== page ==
A secondary source is a document or recording that writes or speaks about information that was originally presented elsewhere. This information is called primary source or original source of the information.
In historiography, a secondary source is a study written by a scholar about a topic, and using primary sources and other secondary sources.
Example[change | change source]
An example of a secondary source is the biography of a historical figure in which the author tells the story on the basis of many primary source documents, such as letters, diaries, newspaper accounts, photographs, and official records. A scholarly secondary source is familiar with the existing secondary literature and seeks to engage it in terms of arguments and evidence. Most, but not all, secondary sources use extensive citation.
Secondary sources in law[change | change source]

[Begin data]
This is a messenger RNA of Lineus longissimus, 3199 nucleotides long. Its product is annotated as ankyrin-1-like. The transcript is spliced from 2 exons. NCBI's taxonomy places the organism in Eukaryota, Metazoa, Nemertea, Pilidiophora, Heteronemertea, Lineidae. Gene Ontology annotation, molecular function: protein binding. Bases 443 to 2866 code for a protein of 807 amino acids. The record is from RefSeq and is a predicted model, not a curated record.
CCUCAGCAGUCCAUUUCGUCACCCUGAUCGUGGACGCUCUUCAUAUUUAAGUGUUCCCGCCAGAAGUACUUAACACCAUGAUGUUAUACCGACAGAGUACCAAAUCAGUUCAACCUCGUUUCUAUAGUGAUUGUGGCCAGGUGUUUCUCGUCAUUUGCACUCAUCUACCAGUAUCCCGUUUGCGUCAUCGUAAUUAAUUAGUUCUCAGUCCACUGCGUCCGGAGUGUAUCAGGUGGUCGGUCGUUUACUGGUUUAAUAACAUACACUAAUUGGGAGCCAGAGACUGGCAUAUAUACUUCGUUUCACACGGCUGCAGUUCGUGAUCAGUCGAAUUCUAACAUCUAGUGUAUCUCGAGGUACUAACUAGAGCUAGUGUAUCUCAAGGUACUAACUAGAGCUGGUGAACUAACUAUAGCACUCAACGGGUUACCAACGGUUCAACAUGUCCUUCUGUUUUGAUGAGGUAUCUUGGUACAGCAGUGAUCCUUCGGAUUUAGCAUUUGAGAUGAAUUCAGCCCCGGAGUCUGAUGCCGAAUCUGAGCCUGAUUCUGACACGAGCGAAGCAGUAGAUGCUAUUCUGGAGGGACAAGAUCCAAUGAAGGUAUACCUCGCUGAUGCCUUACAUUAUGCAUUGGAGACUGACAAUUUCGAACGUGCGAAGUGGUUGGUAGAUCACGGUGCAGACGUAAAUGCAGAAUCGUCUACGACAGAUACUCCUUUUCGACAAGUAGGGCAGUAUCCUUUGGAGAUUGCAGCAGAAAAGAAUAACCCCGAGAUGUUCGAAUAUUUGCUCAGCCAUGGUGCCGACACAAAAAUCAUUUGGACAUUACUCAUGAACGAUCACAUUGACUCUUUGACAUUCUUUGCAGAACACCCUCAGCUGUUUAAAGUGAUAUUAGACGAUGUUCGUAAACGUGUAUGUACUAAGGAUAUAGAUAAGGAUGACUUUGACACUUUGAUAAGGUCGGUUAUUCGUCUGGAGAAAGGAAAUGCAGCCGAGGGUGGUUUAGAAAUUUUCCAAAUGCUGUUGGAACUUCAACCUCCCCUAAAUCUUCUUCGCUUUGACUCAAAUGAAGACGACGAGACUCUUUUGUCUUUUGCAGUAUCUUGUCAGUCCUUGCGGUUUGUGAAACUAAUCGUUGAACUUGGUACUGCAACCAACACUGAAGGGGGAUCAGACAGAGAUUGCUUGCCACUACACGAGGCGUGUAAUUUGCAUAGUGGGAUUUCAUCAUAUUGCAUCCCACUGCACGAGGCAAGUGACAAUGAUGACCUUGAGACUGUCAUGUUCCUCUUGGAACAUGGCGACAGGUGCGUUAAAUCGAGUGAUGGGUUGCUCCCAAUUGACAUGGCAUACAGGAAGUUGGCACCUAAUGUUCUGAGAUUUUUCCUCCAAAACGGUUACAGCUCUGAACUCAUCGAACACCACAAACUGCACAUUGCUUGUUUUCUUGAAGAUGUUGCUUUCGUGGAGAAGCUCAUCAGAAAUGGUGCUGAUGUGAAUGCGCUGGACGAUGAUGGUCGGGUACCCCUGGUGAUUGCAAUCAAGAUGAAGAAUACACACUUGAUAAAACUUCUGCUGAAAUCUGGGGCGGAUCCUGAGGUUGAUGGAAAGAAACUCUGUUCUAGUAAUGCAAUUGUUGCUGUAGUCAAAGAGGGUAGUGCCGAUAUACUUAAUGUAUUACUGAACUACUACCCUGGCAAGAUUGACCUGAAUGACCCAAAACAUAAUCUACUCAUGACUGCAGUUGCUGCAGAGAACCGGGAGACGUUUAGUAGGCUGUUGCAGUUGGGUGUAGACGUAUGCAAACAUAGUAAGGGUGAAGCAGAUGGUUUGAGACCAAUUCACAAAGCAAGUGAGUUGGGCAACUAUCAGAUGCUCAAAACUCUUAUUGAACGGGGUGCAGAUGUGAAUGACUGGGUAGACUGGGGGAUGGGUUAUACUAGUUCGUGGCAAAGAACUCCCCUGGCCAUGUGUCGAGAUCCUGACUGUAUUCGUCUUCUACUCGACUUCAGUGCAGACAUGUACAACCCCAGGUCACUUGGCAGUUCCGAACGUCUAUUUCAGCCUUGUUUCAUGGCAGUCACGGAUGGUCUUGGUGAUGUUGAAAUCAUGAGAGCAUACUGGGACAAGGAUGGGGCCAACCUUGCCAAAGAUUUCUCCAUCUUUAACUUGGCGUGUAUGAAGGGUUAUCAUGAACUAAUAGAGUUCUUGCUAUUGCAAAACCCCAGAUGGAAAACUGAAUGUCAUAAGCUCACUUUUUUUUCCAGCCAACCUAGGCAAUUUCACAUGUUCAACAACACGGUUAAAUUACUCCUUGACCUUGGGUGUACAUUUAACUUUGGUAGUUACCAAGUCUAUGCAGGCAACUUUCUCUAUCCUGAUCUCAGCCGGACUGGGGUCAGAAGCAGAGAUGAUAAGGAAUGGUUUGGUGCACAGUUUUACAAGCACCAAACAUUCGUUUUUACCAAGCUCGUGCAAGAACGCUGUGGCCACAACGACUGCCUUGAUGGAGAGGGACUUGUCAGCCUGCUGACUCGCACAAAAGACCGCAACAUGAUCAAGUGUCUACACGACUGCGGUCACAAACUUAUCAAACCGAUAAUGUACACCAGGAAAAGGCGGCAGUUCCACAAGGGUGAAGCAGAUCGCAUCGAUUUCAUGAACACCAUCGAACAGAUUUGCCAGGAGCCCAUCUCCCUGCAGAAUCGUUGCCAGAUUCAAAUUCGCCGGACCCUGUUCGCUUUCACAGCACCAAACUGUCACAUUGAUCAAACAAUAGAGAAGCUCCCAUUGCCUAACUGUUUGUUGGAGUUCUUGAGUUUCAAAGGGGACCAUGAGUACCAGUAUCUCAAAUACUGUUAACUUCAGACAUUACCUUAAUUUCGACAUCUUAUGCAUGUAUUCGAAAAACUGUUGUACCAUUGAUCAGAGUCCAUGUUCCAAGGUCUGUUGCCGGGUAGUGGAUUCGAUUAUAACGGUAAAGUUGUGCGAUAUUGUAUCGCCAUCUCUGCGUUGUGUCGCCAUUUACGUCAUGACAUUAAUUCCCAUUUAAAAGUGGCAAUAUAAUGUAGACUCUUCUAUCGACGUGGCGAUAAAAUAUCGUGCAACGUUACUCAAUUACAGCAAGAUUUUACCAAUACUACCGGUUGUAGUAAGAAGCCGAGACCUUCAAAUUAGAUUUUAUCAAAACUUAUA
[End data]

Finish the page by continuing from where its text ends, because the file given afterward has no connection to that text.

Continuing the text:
Other pages[change | change source]
References[change | change source]
- Jules R. Benjamin. A Student's Guide to History (2003)
- Edward H. Carr, What is History? (New York: Vintage Books, 1961).
- Wood Gray, Historian's handbook, a key to the study and writing of history (Houghton Mifflin, 1964).
- Derek Harland, A Basic Course in Genealogy: Volume two, Research Procedure and Evaluation of Evidence, (Bookcraft Inc, 1958)
- Richard Holmes. Tommy (HarperCollins, 2004)
- Martha C. Howell and Walter Prevenier. From Reliable Sources: An Introduction to Historical Methods (2001)
- Richard A. Marius and Melvin E. Page. A Short Guide to Writing About History (5th Edition) (2004)
- Hayden White, Metahistory: the historical imagination in nineteenth-century Europe (Baltimore: Johns Hopkins University Press, 1973).